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A new report says the rate of HIV infections among men who have sex with men is many times greater than HIV infections in the general population. The report by the American Foundation for AIDS Research, or amfAR, was released this week at the 2008 International AIDS Conference in Mexico City. As VOA's Rosanne Skirble reports, activists are calling for targeted prevention programs and resources, especially in low- and middle- income countries, where the problem is most acute.
The amfAR report looks at the response of 128 countries to a 2006 United Nations initiative promoting universal access to HIV prevention, treatment and care. But the amfAR report focuses on one HIV-infected population group: men who have sex with men, better known by the acronym MSM. The term describes this group's sexual behavior, and does not imply a homosexual lifestyle.
Report co-author and Johns Hopkins University epidemiologist Chris Beyrer says a review of all published HIV data shows that MSM makes up a large and growing portion of the AIDS epidemic in every region of the world.
"In Latin America, the odds ratio, the elevated risk compared to the general population, was 33 times. That was the most extreme that we saw."
Beyrer says in Asia, men who have sex with men "are 18 times more likely to have HIV infection, and in Sub-Saharan Africa, where general population rates (of HIV infection) are the highest, men who have sex with men were still more than three times more likely to have HIV than adults in the reproductive age population."
amfAR CEO Kevin Frost says criminalization of male-with-male sexual activities is driving the MSM epidemic in many countries, making it "enormously difficult" to reach the population.
Frost says 86 countries criminalize sex between men. In seven of those countries it is a capital offense. "That kind of institutionalized homophobia makes it very difficult to address the AIDS epidemic in those men."
The amfAR report links MSM prevalence to the failure of many countries to launch any kind of MSM-targeted response, as described in the U-N's 2006 call-to-action on HIV-AIDS programs. The report found that nearly half of all countries did not provide any data on MSM in response to the U.N. initiative. Among those nations that did, 71 percent have not launched any MSM-specific programs.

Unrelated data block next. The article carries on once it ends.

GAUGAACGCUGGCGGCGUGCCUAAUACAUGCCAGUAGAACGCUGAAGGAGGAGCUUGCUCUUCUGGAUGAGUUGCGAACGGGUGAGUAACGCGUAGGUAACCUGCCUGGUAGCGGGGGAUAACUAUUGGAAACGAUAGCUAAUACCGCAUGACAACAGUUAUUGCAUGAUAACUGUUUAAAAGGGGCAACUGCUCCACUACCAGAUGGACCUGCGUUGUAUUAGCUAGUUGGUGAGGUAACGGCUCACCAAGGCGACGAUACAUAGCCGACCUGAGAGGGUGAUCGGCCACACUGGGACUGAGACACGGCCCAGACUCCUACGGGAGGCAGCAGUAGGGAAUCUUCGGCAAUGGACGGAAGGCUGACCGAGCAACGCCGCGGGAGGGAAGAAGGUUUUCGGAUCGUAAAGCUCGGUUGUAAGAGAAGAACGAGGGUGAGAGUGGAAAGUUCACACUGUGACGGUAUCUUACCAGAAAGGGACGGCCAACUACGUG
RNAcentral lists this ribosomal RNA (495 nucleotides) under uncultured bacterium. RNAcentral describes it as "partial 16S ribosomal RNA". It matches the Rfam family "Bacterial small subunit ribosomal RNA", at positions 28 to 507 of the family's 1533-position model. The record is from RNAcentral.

AmfAR's Kevin Frost says that must change. "History, if it has taught us anything about this epidemic, it has taught us that if we are going to be effective in our response, our response has to be comprehensive," Frost says, "meaning it has to address all the populations at risk, whether that is men who have sex with men or drug users or sex workers."
The report concludes that despite the upward trend in MSM-related HIV infections, resources to deal with them are scarce.
In Latin America, for example, where the AIDS conference is being held, MSM represents 25 percent of the people living with HIV. But MSM programs get less than one percent of total spending on HIV/AIDS prevention.
Co-author Chris Beyrer says it's essential that funding priorities be adjusted and is using the data to advocate for resources. "When you find this kind of a problem and you have the evidence, you want evidence-based approaches to prevention for these men: increased surveillance, health care access, antiretroviral therapy, condoms, and lubricants. And that has to be paid for."
Beyrer calls for stepped up efforts in this area by national governments and major donors like the Global Fund to Fight AIDS, Tuberculosis and Malaria; the World Bank; and the U.S. President's Emergency Plan for AIDS Relief, or PEPFAR.
"The epidemiology has told us this is the most at risk group, and when we look at the services we see that they are ... among the most underserved groups."
Beyrer says failure to provide health care, prevention and treatment for the MSM population amounts to nothing less than a denial of basic human rights to health care and, ultimately to life itself.